Kline's notion of merit is a departure from this traditional understanding. In what the authors identify as an overreaction against Norman Shepherd's theological system, Kline forwarded a notion of "simple justice." As the name implies, in this system, justice is simple. If God declares that something is meritorious, He is just to award it as meritorious and unjust if He does not thus award it. Under this rubric of simple justice, any necessary connection between either moral perfection or ontological equality and merit is severed and merit is defined entirely covenantally.
In the republication view, merit is defined in terms of God's revealed will as specified by the terms of the covenant.  Simply stated, merit is whatever God says it is...A work is meritorious, therefore, simply when God decides to accept it as such through the stated stipulations or conditions of a particular covenantal arrangement.  Kline referred to this as simple justice (p.67).
In this, Kline's notion of merit is a melding of the traditional categories of strict merit and covenant merit. All merit is simultaneously covenant merit - defined by covenantal terms and provisions - and strict merit - essentially meritorious rather than condescendingly meritorious although divorced from the traditional moral and ontological considerations. In Kline's system, it is the terms of the Divine covenant that determine both merit and justice; if something meets covenantal terms, it is meritorious and God is just to treat it as such.

This Klinean notion of simple justice becomes deeply problematic when one turns to Kline's understanding of the Mosaic covenant. In this understanding, there are two discrete "levels" on which the Mosaic covenant operates. On the "spiritual" level (what the authors call the "lower-foundational level"), the Mosaic covenant is part of God's larger redemptive work, it deals with spiritual realities, and it is intended to draw people to the promised Messiah. However, there also is a "symbolico-typical" level to the Mosaic covenant (what the authors call the "upper-typological level"). On this level, God entered into a typological, national covenant with Israel. Under the terms of that covenant, Israel was given the Law and commanded to render obedience to it. If Israel was obedient, she would inherit and retain the land of Canaan; if Israel was disobedient, she would forfeit the Promised Land.  

Importantly, however, the obedience required of Israel in this typological covenant was not a perfect obedience. Rather, Israel was required to render only a measure of obedience. Proponents of republication speak of Israel being obligated to a "relative fidelity" - obedience was required, but that obedience did not need to mark the whole of the nation; it did not need to mark all of the actions of any one man; and it did not even need to mark the whole of any one action of any one man. Under the typological Mosaic covenant, fidelity did not have to be entire or unmixed; it needed only to be "relative." If Israel rendered this relative fidelity, Canaan would be hers; if she did not, she would be cast out. According to the Klinean perspective, the purpose of this symbolico-typical covenant was to point to the necessary connection between obedience and blessedness. If Israel rendered relative fidelity, she would know blessing; if she did not, she would know cursing. In that dynamic, the symbolico-typical level of the Mosaic covenant did at least two things. First, in underscoring the connection between obedience and blessing, it "republished" the covenant of works in some way. Secondly, it served to show men their inability to render the obedience necessary for blessing and thus revealed their need of a Messiah.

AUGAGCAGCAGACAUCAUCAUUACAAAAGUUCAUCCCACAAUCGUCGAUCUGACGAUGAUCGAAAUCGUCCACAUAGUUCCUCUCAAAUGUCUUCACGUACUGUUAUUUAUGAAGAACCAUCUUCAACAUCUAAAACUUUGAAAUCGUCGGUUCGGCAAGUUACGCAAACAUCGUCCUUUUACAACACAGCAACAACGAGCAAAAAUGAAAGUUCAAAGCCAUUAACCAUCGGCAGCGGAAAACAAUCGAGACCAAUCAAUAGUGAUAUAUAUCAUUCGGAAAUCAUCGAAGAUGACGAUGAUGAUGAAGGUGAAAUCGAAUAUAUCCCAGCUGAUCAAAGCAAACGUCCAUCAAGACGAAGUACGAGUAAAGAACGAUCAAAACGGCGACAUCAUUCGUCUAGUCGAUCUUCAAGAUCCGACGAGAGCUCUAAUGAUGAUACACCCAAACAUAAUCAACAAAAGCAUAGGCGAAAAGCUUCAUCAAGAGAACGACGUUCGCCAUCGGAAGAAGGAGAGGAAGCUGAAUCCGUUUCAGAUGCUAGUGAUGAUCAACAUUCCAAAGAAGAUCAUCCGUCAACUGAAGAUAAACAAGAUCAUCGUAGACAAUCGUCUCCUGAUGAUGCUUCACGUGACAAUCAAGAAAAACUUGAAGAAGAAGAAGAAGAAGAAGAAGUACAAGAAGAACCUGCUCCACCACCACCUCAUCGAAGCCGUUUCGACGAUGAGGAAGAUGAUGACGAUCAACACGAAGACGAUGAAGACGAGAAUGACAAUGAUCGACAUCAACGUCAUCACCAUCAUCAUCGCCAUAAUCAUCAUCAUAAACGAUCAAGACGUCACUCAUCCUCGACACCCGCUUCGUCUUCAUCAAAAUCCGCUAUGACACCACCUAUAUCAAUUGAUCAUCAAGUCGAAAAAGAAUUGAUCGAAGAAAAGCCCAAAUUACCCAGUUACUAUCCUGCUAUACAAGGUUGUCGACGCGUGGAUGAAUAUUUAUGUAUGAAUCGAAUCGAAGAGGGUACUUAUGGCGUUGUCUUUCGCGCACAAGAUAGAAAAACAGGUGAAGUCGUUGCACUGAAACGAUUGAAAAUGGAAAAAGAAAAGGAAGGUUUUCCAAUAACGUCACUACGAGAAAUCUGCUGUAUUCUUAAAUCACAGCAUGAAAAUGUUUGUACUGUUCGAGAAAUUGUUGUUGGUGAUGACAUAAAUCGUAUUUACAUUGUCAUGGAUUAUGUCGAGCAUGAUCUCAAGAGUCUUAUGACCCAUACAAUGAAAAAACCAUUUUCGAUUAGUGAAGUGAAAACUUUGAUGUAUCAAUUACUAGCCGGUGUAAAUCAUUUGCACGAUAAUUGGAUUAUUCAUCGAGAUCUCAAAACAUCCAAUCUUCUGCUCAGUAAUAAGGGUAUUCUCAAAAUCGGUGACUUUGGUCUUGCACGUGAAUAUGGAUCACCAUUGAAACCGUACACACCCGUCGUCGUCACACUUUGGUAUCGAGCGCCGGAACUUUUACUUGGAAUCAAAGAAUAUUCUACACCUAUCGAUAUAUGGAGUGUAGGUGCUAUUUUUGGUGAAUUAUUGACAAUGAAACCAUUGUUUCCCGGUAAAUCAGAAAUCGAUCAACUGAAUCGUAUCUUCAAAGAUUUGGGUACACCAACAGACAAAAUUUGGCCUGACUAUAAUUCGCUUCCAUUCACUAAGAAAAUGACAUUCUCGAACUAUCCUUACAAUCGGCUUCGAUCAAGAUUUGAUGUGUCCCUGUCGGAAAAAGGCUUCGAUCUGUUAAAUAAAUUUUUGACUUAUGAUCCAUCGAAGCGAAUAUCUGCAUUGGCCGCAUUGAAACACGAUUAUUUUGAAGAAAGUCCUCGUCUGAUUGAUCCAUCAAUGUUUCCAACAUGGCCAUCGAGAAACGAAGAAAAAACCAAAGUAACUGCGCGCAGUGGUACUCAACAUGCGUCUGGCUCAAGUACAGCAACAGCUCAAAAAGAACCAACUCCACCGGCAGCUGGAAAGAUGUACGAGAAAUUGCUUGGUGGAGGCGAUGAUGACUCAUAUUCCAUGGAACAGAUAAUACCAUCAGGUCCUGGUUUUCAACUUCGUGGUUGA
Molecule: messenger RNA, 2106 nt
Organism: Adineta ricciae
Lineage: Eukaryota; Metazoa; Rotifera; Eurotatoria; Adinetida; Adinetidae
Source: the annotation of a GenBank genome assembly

In the authors' opinion, the combination of simple justice with this two-tier view of the Mosaic covenant is disastrous. On the symbolico-typical level, the Mosaic covenant calls Israel to a relative fidelity - an obedience marked by neither moral perfection nor ontological equality with God. Yet since those are the terms of the typological covenant, simple justice declares that this relative fidelity is absolutely meritorious before God. The relative obedience of sinful men (per the symbolico-typical level of the covenant) has a merit (per simple justice) that obligates God, in His justice, to bless them. Bluntly stated, it is possible for sinful man to win merit before the holy God.  As the authors rightly conclude, this is a categorical and a toxic modification of the traditional understanding of merit.

An analysis of the pervasive and destructive influence of this new notion of merit occupies the third and final section of the authors' work. In the authors' analysis, the Klinean reconfiguration of merit distorts one's understanding of both the covenant of works and the Mosaic covenant; and it conflates works and grace within the Mosaic covenant in such a way that both concepts become unintelligible. Most troubling, however, the redefinition of merit diminishes the glory and necessity of the person and work of Christ and it alters one's view of good works and the Law in relation to the believer's sanctification. In each of these respective explorations, the authors very thoroughly and very convincingly demonstrate the wide-ranging effects of Kline's redefinition of merit.

In a systematic and careful way, the authors undertake to prove two central points - that the republication doctrine is attributable to Meredith Kline and that it enshrines a modified notion of merit that is antithetical to the traditional Reformed understanding thereof. In both instances, the authors successfully achieve their goal. The reader is left quite convinced of both the Klinean origins and the dangerous implications of the republication doctrine. In this, Moses and Merit represents an important and needed contribution to a debate that continues to rage. Moreover, it is a wonderful example of theology from the Church and for the Church - written by pastors and intended to aid the Bride of Christ in considering issues that have come before her.